1) Assuming at least some of these asteroids will be passing Earth before they come back 100+ years from now (or however long) and then actually hit the Earth. Why not, as they are passing by, specifically as they have *passed* the Earth, nuke them from behind?

    2) Same idea as #1, but instead get some modified HUGE rockets with robotic modifications to fly up to the asteroid, and then auto-magically grapple onto the 'Earth/rock' base of the asteroid, and then tilt to a different direction
  • Does NASA even have a rocket capable of intercepting an asteroid with something as heavy as a gravity tractor? They have some spare Saturn V rockets sitting around?
  • The thing about space is that small pushes over long times can work better than splashy big short ones.

    Why bomb the asteroid when you could keep ion engines running for decades instead? Or maybe find some point in its orbit where it's going between two heavy bodies and a small change will tip it one way or the other and make a big difference?
    • by iggymanz (596061)
      real existing ion engines have thrust appropriate for a small payload over years, a kilometer wide ball of goop is going to need something hugem and detecting a collision fifty or hundred years before it happens isn't possible right now
    • by TimSSG (1068536)
      The problem is the asteroids are almost always spinning so anything mounted on it what be thrusting in many different directions if on all the time. If, it was only firing part of the time a low thrust ION engine would most likely not do it soon enough. Also, I am not to sure if the on board computers would be able to calculate when to fire.

      Note: Stopping the asteroids from spinning is not easy and would take time that may not be available.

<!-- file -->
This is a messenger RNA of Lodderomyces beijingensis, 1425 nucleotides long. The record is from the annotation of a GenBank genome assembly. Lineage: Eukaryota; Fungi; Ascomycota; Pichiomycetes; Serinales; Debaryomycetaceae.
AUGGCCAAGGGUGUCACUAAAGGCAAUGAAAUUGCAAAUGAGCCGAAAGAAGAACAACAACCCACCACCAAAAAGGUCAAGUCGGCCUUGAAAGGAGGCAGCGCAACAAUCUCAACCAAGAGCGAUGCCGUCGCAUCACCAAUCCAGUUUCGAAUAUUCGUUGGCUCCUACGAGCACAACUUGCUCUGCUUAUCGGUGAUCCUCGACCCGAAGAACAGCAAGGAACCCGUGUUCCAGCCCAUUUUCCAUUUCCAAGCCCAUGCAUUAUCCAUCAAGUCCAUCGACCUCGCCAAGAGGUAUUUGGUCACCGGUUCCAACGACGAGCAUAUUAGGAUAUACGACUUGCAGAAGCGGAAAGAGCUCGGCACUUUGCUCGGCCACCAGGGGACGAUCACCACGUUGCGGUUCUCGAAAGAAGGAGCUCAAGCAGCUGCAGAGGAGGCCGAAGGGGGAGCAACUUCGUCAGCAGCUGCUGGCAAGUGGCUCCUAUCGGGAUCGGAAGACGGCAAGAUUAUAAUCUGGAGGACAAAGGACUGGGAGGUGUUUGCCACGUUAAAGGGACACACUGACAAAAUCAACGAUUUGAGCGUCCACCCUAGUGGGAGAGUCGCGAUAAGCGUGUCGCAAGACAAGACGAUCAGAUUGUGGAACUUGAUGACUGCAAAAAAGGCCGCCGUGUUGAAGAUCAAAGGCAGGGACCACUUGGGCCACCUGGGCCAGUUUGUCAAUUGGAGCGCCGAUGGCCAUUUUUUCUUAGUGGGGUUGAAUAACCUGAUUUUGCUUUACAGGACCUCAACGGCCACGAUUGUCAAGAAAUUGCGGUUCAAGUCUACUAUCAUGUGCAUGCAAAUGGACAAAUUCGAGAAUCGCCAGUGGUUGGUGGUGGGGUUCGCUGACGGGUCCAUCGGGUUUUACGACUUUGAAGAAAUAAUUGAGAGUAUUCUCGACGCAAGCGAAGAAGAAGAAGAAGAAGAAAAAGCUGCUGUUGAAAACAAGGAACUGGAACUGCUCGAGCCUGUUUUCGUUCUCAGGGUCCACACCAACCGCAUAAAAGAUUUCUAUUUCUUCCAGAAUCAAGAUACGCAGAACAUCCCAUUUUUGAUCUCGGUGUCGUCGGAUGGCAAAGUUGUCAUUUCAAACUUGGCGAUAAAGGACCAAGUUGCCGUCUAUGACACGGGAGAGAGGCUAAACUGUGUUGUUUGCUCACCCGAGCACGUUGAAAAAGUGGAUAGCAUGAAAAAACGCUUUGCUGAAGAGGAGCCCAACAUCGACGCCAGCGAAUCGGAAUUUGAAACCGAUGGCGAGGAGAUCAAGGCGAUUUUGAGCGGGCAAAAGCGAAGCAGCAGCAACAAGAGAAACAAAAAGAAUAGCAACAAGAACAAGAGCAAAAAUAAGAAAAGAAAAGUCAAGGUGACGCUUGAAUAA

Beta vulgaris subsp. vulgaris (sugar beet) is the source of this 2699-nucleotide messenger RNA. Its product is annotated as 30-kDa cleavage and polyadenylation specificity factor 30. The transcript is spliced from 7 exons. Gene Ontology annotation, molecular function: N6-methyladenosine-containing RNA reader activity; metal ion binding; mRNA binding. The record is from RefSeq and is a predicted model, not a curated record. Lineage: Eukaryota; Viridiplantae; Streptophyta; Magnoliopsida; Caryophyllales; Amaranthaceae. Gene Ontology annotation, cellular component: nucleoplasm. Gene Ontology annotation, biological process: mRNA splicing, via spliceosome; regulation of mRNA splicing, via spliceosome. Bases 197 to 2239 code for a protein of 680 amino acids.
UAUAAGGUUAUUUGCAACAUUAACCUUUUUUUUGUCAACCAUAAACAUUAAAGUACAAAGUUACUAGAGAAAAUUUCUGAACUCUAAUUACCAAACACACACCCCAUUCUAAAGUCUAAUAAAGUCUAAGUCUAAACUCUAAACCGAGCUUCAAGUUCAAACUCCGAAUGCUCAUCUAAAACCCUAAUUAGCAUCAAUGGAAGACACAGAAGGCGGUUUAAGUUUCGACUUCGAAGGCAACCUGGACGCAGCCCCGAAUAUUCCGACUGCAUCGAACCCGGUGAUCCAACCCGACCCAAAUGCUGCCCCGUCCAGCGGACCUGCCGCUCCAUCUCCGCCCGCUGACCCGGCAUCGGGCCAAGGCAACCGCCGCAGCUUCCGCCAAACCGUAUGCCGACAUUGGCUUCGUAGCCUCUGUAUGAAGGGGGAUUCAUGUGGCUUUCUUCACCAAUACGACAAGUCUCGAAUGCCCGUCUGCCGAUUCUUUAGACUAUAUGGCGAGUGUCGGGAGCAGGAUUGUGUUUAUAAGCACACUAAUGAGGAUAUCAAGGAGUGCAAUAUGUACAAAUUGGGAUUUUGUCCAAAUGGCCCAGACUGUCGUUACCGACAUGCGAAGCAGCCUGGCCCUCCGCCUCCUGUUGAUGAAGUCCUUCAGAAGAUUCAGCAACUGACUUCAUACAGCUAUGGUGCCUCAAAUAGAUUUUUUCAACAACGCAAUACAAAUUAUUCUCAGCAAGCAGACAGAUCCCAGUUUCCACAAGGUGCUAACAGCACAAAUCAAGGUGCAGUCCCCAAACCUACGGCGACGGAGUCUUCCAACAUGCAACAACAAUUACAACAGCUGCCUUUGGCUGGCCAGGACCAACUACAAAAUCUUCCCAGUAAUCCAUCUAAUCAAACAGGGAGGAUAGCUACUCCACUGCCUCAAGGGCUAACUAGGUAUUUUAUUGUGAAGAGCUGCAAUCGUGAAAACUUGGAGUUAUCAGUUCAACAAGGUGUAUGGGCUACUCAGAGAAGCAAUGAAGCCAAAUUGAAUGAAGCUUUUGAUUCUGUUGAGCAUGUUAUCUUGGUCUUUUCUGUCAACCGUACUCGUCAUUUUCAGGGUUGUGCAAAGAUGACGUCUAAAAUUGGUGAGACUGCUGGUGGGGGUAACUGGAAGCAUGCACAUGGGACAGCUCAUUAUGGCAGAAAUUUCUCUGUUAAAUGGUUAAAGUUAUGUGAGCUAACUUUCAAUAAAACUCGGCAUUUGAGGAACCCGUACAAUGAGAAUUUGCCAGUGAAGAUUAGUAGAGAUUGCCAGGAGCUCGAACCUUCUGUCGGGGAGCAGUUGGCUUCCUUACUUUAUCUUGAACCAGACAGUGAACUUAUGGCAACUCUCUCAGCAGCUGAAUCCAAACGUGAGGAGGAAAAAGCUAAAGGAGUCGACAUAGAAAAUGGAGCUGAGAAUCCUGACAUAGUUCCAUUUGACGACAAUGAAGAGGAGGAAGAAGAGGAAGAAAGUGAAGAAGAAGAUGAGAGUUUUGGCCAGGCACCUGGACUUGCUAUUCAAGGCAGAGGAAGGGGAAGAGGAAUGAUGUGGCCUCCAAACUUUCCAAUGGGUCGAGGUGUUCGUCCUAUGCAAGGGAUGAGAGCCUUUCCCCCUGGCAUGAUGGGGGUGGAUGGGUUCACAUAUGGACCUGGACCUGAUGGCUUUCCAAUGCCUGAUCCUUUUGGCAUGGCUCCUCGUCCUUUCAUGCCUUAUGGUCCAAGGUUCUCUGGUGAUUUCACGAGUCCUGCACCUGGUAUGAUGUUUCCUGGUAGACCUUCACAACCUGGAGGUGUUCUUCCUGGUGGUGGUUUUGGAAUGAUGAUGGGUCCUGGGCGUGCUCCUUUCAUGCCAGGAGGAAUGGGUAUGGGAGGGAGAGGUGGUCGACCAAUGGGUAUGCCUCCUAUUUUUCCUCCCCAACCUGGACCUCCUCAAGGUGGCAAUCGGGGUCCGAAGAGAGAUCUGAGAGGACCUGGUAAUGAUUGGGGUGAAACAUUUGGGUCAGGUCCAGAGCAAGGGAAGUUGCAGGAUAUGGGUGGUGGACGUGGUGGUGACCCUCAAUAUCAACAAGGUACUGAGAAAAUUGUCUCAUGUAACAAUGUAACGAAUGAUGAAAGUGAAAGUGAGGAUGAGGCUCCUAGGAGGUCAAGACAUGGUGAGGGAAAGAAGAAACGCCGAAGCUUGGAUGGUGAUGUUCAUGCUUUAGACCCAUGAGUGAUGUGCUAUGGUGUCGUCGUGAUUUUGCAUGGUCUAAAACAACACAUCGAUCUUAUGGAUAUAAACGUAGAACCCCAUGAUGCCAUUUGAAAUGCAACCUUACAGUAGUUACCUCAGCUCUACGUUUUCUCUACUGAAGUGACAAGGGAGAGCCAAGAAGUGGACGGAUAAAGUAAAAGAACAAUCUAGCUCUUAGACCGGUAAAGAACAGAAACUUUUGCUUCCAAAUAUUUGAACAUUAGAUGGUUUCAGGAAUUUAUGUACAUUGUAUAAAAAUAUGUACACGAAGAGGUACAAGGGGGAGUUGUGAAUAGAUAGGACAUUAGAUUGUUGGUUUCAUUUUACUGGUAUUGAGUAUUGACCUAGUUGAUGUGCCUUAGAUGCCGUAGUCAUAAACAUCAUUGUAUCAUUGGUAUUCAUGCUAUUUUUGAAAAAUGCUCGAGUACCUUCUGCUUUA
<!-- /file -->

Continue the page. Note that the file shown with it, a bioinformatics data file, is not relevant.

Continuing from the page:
Tim S
  • I thought NASA was just complaining that it didn't have funding to do something like this.

    Was that just a build up to make them look more important when this got released or did they find funding from their Doom and Gloom apropriations aproach?

    OR maybe all the discusion NASA not being able to fund [slashdot.org] this exact program was sparked because someone didn't know what was going on? The government doesn't work this fast in approving funding so how could it be possible for them to all the sudden have it now? Especial
  • I think the real question on every one's mind is
    by the time we actually discover one of these things on course with the earth
    will sean connery still be alive to save the day?
    http://en.wikipedia.org/wiki/Meteor_(film) [wikipedia.org]
  • "In 1998, Congress gave NASA's Spaceguard Survey program a mandate of 'discovering, tracking, cataloging and characterizing' 90 percent of the near-Earth objects larger than one kilometer (3,200 feet) wide by 2008. [...]

    Interestingly, the movie Armageddon [imdb.com] also came out in 1998...

    Pardon me, but I'm skeptical. Earth had no civilization-killing encounters for thousands of years — no, the Tunguska-meteorite does not qualify, not even if it landed in Paris (the center of civilization at the time). The

  • Maybe I'm just pessimistic, but I envision the following coming out of this...

    We succeed in diverting it, and 15 years later we all sigh in relief as the asteroid passes by. The same year, we experience first contact, and realize where the asteroid is now headed.

    First message: "You assholes."

If the code and the comments disagree, then both are probably wrong. -- Norm Schryer